This project will investigate the current and potential scope of international protection as well as other forms of protection (in particular humanitarian protection) for persons displaced in the context of climate change in the EU, in particular in Austria and Sweden. 

Climate change is becoming an increasingly important factor in regard to migration and displacement. Although most persons affected by climate change-related mobility remain in their regions of origin, some of them (will) arrive in Europe, including Austria and Sweden. However, the legal status of persons arriving in Europe in this context is still inadequately addressed (normative protection gap).

Firstly, the status quo at the global level as well as regional European level (Geneva Refugee Convention, international human rights law) is analysed. In a second step, relevant EU law, in particular the EU Qualification Directive, is assessed.

In analysing the scope of international protection, social factors, such as inequality and discrimination, that are important dimensions concerning the impact of climate change in general and in the context of climate change-related displacement in particular, are taken into account. For the purpose of embedding the legal questions into a broader international policy framework, the latest international institutional and policy developments in the context of climate/environmental change-related mobility and their implications for Austria and Europe will be analysed.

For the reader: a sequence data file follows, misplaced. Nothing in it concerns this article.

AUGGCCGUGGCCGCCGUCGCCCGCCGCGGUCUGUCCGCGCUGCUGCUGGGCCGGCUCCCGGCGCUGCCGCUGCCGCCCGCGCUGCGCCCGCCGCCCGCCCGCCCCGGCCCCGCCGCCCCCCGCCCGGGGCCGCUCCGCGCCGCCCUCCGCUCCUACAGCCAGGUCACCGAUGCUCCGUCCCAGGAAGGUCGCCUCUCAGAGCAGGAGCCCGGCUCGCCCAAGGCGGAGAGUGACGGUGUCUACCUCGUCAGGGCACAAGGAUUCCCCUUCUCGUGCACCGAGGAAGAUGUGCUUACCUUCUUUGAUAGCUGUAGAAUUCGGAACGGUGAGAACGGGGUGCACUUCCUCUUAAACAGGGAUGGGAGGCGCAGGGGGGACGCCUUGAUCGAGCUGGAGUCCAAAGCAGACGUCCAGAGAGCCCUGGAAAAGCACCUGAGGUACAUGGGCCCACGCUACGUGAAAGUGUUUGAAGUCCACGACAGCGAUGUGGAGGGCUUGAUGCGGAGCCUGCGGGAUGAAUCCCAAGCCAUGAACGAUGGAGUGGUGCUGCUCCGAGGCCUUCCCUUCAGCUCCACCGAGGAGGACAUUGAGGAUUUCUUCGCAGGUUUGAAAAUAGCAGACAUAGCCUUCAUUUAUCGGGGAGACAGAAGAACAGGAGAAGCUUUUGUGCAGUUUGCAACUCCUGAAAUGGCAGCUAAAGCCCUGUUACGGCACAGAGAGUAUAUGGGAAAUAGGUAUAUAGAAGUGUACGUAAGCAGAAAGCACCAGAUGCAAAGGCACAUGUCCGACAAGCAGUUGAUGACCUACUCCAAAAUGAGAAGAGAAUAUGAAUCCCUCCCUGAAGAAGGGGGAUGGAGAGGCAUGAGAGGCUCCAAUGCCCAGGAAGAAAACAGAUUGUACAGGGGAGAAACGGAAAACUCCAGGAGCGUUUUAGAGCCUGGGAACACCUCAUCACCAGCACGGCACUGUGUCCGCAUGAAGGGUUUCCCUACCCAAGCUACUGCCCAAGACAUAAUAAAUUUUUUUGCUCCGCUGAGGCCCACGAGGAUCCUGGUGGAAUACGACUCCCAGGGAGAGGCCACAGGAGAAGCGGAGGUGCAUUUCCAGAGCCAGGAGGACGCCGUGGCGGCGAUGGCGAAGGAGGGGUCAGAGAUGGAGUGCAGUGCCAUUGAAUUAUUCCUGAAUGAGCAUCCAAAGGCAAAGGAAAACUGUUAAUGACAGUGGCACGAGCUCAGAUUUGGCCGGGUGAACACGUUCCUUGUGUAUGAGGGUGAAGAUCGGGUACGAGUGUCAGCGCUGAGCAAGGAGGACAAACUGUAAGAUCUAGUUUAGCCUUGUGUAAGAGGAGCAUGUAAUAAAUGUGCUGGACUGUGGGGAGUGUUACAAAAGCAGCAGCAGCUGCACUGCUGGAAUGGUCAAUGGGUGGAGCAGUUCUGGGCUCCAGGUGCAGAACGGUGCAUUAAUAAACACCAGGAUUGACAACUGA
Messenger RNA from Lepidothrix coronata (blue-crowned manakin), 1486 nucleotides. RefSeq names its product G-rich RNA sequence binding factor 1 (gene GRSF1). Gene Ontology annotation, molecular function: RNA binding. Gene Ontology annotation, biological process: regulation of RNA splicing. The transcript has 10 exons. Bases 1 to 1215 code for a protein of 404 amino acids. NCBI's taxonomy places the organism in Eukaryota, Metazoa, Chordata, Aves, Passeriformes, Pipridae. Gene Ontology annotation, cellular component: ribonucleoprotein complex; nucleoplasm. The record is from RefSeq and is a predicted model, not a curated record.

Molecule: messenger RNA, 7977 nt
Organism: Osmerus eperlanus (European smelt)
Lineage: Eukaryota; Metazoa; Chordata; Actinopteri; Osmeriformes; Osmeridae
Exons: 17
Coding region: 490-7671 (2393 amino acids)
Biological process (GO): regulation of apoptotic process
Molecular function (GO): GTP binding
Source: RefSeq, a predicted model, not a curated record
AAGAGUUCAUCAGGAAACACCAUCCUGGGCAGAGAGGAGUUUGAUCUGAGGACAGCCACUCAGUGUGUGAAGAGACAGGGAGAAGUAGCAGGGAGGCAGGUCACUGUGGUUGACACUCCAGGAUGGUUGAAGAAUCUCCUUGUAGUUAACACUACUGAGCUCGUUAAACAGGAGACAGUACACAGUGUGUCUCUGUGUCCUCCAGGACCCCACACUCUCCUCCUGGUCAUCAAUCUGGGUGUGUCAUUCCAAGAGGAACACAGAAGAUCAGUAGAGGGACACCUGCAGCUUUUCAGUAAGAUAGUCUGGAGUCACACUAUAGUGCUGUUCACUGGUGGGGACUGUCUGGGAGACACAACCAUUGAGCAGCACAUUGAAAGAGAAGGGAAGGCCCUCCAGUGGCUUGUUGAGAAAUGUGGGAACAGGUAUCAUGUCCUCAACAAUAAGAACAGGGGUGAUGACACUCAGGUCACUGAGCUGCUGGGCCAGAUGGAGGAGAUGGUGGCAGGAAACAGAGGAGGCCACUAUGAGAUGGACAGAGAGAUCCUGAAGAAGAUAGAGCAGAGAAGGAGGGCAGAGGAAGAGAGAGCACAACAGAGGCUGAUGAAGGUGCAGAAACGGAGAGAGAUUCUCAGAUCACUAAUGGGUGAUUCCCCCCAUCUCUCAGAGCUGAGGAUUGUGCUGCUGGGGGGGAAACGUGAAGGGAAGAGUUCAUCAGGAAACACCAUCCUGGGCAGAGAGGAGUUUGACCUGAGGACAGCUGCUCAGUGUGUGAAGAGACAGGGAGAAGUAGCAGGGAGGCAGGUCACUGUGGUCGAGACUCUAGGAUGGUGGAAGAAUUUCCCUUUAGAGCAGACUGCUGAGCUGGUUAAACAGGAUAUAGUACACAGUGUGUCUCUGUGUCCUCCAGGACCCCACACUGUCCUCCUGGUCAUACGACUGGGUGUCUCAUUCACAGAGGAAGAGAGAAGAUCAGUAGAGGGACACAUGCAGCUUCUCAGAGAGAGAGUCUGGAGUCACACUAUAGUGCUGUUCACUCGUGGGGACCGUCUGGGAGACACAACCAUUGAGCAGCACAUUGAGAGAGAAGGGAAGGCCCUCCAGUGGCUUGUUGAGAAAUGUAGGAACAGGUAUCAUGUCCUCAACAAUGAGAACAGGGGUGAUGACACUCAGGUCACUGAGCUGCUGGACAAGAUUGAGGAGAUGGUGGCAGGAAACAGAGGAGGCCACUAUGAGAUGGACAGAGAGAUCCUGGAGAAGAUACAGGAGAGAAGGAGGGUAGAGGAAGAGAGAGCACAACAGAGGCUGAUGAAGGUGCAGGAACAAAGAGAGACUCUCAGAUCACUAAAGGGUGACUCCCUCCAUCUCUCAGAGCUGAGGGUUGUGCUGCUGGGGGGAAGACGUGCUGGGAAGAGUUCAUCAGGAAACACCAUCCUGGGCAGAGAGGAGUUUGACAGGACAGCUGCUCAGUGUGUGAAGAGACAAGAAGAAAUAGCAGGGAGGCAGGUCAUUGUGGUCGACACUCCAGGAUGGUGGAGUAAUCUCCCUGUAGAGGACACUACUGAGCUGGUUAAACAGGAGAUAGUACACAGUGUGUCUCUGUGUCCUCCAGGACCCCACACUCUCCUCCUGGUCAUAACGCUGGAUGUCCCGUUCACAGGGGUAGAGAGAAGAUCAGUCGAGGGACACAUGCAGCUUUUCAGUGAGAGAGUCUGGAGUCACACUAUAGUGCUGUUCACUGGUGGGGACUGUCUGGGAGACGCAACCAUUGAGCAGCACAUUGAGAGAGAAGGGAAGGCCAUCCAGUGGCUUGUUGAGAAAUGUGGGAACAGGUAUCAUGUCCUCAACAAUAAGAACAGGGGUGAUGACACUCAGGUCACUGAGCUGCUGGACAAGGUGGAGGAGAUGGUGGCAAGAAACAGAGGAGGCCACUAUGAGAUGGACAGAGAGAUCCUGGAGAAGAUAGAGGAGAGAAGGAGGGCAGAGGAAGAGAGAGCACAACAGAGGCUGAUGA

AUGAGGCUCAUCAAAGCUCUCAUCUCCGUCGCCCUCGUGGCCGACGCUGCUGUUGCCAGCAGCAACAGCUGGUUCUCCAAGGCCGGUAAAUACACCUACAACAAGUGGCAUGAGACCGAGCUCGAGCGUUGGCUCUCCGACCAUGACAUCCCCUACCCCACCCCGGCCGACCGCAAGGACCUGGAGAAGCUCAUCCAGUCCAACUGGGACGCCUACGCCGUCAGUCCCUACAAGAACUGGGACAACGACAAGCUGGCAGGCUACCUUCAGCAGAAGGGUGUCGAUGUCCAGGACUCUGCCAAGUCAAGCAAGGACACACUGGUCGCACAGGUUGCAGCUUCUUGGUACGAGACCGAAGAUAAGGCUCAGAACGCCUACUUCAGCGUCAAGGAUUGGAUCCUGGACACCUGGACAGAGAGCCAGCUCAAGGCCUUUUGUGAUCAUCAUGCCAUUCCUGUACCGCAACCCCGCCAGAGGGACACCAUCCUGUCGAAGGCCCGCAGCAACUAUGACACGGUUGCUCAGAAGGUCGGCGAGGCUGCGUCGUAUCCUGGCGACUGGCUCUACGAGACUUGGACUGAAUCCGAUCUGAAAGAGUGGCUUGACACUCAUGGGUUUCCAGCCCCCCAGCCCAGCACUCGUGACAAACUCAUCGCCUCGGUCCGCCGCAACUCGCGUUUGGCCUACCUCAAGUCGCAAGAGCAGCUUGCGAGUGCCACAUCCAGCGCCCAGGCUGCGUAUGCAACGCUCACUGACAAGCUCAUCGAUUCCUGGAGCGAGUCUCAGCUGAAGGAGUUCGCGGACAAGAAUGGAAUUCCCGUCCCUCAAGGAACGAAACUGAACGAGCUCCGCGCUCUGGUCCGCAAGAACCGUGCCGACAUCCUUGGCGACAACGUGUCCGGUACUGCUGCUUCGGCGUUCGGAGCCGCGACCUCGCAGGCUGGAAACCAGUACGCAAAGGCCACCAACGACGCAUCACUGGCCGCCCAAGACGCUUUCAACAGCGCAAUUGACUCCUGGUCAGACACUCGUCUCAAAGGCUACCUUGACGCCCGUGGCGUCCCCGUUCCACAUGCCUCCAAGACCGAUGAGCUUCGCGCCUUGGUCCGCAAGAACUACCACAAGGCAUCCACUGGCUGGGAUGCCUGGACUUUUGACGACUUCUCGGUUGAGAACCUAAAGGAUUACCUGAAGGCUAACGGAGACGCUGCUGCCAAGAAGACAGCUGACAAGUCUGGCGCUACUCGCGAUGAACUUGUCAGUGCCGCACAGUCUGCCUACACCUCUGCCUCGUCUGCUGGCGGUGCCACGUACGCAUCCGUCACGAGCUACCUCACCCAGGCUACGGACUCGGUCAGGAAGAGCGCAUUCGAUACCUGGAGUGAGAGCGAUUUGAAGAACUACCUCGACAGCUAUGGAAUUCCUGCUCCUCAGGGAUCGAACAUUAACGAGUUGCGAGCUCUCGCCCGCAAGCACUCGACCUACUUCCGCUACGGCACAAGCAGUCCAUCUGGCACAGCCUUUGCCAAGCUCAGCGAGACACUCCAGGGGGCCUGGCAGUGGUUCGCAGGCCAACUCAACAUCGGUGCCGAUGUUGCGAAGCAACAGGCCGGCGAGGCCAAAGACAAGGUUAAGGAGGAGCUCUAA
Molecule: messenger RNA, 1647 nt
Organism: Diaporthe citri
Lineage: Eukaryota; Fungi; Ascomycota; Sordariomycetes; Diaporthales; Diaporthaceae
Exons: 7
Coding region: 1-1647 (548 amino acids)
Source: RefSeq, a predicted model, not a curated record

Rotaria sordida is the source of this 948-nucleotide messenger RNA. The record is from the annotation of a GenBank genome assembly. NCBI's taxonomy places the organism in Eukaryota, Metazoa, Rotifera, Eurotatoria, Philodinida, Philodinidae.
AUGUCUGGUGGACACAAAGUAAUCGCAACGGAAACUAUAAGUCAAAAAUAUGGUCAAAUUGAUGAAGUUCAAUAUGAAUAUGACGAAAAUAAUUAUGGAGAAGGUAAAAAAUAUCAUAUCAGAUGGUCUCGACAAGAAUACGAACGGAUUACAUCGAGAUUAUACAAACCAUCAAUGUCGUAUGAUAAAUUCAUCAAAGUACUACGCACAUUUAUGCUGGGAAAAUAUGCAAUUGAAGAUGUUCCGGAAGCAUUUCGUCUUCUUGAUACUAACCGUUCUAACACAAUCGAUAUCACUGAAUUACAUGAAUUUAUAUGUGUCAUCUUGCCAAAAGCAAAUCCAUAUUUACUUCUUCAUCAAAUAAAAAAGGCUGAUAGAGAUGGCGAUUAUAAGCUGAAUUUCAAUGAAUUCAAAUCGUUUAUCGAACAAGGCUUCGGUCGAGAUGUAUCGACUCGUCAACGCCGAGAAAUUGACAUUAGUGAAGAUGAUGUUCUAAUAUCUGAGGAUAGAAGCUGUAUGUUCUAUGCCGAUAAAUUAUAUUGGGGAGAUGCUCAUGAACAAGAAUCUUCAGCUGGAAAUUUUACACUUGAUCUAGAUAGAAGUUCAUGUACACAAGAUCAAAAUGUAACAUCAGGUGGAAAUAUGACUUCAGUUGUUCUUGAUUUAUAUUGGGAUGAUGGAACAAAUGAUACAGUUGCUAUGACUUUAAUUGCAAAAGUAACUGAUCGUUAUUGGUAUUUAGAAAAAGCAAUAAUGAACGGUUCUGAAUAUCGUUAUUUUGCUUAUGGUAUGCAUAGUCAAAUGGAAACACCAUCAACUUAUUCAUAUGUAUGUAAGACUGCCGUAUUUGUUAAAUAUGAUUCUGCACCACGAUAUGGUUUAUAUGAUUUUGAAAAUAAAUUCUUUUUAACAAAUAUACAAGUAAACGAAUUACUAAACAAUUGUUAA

Case studies of Austria and Sweden as two EU Member States are conducted to explore and analyse the situation at national level. National legal frameworks and jurisprudence will be assessed in the light of international law and EU legal standards.

Finally, the proposed project aims to draft recommendations on how to address normative gaps.

Persons involved: 

Matthew Scott

Head of People on the Move Thematic Area

Project Duration: 


Funded by: 

Klima- und Energiefonds


Anti-Discrimination, Diversity and Asylum

Projects Asylum, Anti-Discrimination and Diversity

AsylumEnvironmental Migration